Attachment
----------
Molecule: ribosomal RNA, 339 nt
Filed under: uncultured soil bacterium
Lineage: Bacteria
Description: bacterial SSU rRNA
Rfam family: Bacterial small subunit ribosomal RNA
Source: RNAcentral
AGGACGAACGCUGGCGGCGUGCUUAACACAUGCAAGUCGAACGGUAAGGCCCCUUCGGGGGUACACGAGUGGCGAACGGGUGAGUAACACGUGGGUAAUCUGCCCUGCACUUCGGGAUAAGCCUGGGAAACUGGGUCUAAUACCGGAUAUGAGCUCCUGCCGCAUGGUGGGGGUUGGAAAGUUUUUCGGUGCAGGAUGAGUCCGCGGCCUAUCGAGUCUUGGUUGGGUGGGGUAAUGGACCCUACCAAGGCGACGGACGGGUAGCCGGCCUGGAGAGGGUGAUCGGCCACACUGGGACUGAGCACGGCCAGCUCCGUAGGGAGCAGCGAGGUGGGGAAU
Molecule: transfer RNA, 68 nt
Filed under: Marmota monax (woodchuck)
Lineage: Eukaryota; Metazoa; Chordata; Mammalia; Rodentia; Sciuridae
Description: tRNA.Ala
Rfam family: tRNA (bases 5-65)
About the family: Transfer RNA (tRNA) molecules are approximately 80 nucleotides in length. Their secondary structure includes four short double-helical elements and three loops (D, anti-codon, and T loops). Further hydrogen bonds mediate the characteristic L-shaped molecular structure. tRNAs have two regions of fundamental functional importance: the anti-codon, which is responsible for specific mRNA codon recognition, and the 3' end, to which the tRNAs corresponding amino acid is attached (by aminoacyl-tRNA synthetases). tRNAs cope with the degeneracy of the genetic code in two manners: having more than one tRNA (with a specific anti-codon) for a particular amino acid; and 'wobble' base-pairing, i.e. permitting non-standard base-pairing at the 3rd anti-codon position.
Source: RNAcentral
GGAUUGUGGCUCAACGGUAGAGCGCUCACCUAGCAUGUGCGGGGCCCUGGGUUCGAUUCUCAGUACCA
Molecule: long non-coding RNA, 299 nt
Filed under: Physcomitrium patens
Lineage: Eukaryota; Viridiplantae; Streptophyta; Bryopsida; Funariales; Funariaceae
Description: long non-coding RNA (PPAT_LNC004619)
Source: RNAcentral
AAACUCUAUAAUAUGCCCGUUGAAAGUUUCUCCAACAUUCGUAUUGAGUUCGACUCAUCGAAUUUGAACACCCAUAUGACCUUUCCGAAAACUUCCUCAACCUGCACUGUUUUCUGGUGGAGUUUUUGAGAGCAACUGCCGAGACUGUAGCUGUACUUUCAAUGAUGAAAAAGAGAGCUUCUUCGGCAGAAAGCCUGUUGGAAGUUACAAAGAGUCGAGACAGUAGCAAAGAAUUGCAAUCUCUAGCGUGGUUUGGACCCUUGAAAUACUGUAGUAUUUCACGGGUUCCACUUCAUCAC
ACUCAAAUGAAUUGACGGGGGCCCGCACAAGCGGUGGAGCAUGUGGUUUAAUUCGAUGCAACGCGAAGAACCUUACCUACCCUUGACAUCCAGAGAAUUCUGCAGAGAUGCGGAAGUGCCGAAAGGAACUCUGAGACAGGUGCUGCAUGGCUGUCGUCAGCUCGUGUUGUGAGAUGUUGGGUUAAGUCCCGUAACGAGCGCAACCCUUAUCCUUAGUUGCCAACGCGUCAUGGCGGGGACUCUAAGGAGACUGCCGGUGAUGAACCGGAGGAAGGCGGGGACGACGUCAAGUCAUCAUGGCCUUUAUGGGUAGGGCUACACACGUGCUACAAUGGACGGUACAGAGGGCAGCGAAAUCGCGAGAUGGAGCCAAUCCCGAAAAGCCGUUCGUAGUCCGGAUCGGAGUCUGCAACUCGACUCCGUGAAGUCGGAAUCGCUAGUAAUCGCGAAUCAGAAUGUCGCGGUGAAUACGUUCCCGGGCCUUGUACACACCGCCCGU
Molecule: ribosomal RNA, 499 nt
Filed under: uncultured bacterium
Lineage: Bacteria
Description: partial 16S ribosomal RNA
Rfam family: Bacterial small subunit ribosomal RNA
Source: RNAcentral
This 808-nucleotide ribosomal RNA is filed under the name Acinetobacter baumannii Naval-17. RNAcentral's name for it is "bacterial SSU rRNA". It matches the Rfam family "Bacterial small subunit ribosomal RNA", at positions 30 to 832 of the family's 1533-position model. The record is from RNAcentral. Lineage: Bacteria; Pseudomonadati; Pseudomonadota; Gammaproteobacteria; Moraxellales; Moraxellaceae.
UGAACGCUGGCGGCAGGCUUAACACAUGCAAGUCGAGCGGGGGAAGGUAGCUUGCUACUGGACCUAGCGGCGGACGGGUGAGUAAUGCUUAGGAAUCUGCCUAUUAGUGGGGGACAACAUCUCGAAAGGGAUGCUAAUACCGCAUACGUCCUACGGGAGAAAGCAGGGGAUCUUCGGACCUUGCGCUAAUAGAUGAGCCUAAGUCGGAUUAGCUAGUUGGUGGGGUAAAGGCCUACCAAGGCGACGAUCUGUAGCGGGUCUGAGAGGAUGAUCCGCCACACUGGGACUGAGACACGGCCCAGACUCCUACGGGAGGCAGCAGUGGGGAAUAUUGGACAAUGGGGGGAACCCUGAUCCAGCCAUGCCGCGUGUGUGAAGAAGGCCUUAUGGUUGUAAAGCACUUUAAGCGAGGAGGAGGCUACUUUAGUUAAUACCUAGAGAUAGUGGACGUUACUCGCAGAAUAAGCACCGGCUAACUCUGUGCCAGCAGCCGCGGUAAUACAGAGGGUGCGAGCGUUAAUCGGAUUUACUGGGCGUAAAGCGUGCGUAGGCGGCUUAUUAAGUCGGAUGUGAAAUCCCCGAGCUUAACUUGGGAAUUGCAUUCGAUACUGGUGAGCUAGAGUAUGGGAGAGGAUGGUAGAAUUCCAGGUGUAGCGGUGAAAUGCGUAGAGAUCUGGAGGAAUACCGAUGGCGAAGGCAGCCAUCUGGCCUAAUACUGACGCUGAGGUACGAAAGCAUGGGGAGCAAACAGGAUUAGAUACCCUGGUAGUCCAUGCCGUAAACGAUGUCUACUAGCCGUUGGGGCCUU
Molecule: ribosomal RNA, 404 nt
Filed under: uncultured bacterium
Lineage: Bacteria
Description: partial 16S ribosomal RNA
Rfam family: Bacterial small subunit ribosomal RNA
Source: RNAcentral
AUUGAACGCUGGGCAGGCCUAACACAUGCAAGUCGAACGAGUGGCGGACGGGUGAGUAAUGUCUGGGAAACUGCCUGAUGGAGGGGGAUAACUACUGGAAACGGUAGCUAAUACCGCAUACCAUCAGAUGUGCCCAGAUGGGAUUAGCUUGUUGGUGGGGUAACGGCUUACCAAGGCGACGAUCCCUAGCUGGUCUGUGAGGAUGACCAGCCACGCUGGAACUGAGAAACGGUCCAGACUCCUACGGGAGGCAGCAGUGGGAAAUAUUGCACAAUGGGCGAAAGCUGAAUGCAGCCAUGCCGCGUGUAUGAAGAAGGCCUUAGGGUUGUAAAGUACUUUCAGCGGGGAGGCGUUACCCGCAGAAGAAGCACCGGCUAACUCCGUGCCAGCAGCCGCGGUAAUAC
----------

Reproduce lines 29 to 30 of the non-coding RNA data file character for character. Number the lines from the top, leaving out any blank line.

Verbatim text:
This 808-nucleotide ribosomal RNA is filed under the name Acinetobacter baumannii Naval-17. RNAcentral's name for it is "bacterial SSU rRNA". It matches the Rfam family "Bacterial small subunit ribosomal RNA", at positions 30 to 832 of the family's 1533-position model. The record is from RNAcentral. Lineage: Bacteria; Pseudomonadati; Pseudomonadota; Gammaproteobacteria; Moraxellales; Moraxellaceae.
UGAACGCUGGCGGCAGGCUUAACACAUGCAAGUCGAGCGGGGGAAGGUAGCUUGCUACUGGACCUAGCGGCGGACGGGUGAGUAAUGCUUAGGAAUCUGCCUAUUAGUGGGGGACAACAUCUCGAAAGGGAUGCUAAUACCGCAUACGUCCUACGGGAGAAAGCAGGGGAUCUUCGGACCUUGCGCUAAUAGAUGAGCCUAAGUCGGAUUAGCUAGUUGGUGGGGUAAAGGCCUACCAAGGCGACGAUCUGUAGCGGGUCUGAGAGGAUGAUCCGCCACACUGGGACUGAGACACGGCCCAGACUCCUACGGGAGGCAGCAGUGGGGAAUAUUGGACAAUGGGGGGAACCCUGAUCCAGCCAUGCCGCGUGUGUGAAGAAGGCCUUAUGGUUGUAAAGCACUUUAAGCGAGGAGGAGGCUACUUUAGUUAAUACCUAGAGAUAGUGGACGUUACUCGCAGAAUAAGCACCGGCUAACUCUGUGCCAGCAGCCGCGGUAAUACAGAGGGUGCGAGCGUUAAUCGGAUUUACUGGGCGUAAAGCGUGCGUAGGCGGCUUAUUAAGUCGGAUGUGAAAUCCCCGAGCUUAACUUGGGAAUUGCAUUCGAUACUGGUGAGCUAGAGUAUGGGAGAGGAUGGUAGAAUUCCAGGUGUAGCGGUGAAAUGCGUAGAGAUCUGGAGGAAUACCGAUGGCGAAGGCAGCCAUCUGGCCUAAUACUGACGCUGAGGUACGAAAGCAUGGGGAGCAAACAGGAUUAGAUACCCUGGUAGUCCAUGCCGUAAACGAUGUCUACUAGCCGUUGGGGCCUU